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Niemeyer architecture leads revitalization in Aviles.
Not to be outdone, on one end of the center’s grounds, the auditorium stage opens out onto a seating area for 920 people. The backdrop to the same stage can also be opened, offering the center’s plaza as a unique backdrop as well as the structure necessary to put on shows for an outdoor audience four times larger. Niemeyer envisions these open spaces next to the sea, drawing people together in this focal point for culture, education and peace.
Mercedes Alvarez said the principality’s regional government is investing some 30 million euros to complete Niemeyer’s design. “Plazas are where cities are made. The life-energy itself built upon the coming together of people generates many initiatives.”
The white exteriors common to Niemeyer structures — from Brasilia to the General Assembly of the United Nations — fill the grounds of the art center that bears his name. Each structure built with reinforced concrete will be dressed in a white resin to protect it.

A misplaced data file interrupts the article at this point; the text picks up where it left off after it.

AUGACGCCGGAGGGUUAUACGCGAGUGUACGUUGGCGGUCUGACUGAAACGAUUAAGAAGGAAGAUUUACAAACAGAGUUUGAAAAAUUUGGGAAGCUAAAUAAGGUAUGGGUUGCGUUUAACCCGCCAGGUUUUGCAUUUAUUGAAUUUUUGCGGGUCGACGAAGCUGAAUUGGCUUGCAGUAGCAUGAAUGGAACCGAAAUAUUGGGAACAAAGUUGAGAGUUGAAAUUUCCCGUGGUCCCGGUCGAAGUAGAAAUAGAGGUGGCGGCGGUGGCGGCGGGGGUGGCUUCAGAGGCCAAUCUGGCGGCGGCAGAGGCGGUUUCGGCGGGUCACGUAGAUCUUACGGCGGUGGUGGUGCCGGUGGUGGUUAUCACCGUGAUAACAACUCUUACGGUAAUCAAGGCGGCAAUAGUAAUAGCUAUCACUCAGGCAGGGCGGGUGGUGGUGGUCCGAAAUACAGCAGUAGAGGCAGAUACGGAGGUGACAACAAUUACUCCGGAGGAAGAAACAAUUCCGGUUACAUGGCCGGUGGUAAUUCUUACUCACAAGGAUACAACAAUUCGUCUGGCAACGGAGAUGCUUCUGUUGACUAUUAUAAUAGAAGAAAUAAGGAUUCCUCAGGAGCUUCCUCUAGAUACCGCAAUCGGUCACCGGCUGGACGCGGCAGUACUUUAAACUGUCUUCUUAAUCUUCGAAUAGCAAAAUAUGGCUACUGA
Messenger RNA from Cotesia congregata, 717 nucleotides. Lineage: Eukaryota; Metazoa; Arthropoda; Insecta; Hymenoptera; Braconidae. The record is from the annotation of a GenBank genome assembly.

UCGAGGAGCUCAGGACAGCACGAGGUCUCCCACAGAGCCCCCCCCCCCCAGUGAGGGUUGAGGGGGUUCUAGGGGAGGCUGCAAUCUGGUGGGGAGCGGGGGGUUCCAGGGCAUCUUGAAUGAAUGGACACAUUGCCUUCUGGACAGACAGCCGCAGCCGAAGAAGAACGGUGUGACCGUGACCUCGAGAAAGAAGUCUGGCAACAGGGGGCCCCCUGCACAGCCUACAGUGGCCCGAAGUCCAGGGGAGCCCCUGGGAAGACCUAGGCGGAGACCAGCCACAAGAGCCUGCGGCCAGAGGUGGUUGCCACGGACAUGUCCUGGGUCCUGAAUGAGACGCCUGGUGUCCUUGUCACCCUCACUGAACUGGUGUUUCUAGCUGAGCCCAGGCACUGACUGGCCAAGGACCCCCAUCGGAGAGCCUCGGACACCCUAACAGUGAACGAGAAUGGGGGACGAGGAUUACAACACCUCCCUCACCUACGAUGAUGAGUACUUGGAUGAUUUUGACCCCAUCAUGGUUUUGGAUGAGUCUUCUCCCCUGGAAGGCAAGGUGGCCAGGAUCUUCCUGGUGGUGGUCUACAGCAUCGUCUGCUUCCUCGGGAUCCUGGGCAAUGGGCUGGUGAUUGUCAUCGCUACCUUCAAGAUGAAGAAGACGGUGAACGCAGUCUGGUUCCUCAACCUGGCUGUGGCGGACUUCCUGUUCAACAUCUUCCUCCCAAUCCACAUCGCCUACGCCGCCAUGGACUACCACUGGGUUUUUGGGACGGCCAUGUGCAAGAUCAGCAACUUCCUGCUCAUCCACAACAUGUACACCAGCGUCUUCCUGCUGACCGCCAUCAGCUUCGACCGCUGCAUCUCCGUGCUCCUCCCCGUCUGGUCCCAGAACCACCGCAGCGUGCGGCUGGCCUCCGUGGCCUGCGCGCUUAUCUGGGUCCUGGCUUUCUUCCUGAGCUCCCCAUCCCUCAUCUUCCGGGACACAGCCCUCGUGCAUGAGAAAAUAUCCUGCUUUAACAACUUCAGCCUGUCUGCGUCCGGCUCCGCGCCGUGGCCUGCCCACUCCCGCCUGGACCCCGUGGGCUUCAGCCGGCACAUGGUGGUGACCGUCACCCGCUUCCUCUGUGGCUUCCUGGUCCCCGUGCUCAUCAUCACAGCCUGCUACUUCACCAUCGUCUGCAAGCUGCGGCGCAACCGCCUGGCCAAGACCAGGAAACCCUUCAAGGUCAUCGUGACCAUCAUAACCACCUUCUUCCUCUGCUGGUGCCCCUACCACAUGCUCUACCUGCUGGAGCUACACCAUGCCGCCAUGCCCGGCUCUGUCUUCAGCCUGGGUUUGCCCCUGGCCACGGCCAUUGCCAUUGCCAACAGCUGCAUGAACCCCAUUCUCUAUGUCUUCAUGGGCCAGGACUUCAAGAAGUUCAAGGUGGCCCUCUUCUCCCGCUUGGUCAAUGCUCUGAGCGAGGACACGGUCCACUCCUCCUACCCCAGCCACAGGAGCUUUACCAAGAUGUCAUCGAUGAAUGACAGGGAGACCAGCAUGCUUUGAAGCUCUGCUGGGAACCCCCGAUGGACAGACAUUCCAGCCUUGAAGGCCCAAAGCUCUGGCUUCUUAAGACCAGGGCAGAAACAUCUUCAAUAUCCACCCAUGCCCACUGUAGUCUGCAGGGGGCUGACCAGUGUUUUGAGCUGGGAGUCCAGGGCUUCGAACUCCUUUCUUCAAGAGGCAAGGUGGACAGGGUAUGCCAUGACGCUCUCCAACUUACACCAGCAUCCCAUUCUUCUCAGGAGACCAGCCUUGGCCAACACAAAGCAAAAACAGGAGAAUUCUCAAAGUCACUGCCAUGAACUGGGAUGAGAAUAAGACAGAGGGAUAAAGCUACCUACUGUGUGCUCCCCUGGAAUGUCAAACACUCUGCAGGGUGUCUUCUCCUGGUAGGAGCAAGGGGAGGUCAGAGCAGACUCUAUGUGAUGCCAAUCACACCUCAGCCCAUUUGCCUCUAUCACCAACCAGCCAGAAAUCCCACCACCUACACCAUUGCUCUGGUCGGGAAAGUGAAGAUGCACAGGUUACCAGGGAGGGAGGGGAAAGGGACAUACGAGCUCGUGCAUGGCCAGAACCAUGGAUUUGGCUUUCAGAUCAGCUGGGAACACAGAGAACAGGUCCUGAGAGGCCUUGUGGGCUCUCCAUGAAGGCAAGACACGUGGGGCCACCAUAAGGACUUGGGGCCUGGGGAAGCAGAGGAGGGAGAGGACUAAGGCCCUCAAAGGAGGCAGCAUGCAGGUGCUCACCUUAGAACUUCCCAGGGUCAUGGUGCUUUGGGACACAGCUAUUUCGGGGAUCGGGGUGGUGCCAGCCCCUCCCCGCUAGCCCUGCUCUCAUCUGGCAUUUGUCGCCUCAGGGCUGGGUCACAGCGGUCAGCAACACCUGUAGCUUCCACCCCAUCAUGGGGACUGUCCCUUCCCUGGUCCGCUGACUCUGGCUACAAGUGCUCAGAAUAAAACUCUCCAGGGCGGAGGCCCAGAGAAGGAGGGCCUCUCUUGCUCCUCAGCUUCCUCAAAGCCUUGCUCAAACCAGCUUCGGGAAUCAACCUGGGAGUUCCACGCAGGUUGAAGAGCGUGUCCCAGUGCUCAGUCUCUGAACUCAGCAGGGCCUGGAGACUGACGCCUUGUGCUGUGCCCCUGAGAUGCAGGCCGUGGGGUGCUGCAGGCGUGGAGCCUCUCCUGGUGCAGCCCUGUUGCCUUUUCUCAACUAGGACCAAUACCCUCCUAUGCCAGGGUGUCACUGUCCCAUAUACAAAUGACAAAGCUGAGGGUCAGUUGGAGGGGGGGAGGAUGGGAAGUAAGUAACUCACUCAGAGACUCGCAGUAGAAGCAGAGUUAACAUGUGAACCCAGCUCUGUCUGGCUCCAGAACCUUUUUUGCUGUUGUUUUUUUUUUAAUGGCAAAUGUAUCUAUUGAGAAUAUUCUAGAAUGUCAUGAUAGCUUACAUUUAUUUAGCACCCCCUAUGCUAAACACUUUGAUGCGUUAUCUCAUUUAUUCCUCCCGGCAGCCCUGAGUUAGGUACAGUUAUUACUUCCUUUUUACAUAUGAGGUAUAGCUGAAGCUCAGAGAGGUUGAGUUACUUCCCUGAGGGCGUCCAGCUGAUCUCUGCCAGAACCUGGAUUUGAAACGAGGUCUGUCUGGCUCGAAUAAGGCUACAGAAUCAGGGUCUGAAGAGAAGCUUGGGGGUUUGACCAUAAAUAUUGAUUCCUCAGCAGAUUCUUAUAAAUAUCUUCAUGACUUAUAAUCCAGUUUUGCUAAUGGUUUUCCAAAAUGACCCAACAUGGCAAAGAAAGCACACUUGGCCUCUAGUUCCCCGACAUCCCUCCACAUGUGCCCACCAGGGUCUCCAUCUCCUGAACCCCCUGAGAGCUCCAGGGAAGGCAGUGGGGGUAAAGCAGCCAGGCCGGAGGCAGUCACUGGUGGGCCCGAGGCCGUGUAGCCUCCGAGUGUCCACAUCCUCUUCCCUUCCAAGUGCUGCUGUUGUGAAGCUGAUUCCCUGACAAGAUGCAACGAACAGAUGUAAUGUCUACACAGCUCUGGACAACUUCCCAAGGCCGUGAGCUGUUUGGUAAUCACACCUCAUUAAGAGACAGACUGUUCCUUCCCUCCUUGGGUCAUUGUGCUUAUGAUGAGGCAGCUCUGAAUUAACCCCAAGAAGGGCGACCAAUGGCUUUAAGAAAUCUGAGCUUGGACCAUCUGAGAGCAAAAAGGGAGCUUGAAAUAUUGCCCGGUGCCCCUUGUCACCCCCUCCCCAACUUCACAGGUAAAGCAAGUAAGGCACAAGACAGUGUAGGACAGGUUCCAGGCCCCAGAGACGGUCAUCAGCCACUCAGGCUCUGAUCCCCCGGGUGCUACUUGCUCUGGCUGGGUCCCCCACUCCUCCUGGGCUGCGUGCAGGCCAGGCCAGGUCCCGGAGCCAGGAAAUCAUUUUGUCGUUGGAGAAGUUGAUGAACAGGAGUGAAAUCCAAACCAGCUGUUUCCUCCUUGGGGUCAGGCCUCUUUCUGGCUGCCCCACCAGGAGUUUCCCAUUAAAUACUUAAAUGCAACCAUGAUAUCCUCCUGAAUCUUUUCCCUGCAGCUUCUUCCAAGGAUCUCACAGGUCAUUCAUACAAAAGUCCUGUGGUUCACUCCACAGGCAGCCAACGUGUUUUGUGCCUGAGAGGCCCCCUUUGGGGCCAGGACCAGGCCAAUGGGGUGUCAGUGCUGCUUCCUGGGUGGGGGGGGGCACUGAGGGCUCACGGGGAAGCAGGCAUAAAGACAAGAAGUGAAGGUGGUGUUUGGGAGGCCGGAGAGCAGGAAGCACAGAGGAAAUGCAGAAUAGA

The center is completed by a sinuous boardwalk connecting the museum and auditorium while also separating an administrative building from a panoramic restaurant closest to the river.
“There is a sculptural component to his work,” mused Alonso. The beauty is in the apparent simplicity. Neimeyer has long credited the curvatures of the Brazilian coastline he calls home, and the women on its beaches, as primary sources of inspiration.
But the motivation to build what he has called his “dearest” work in the distant land of Asturias is another. Spain’s crown Prince Felipe granted his annual award for the arts to Oscar Niemeyer two decades ago. Stephen Hawking, Vinton Cerf and Woody Allen are among other recipients of the Prince of Asturias awards recognizing exemplary achievements at an international level. All three now sit on the advisory board for the Niemeyer Center.
“The Niemeyer Center channels the spirit of the awards into a tangible initiative that has caught on with citizens,” said Ramon Antonio Alvarez, city councilor for culture in Aviles. “It is a doorway that receives award winners as much as a doorway out of which will come new innovators.”
The Prince of Asturias awards, which promote “science, culture and humanistic values forming part of mankind’s universal heritage” will celebrate their 30th anniversary in 2010, just as the Niemeyer Center expects to open its doors to the public.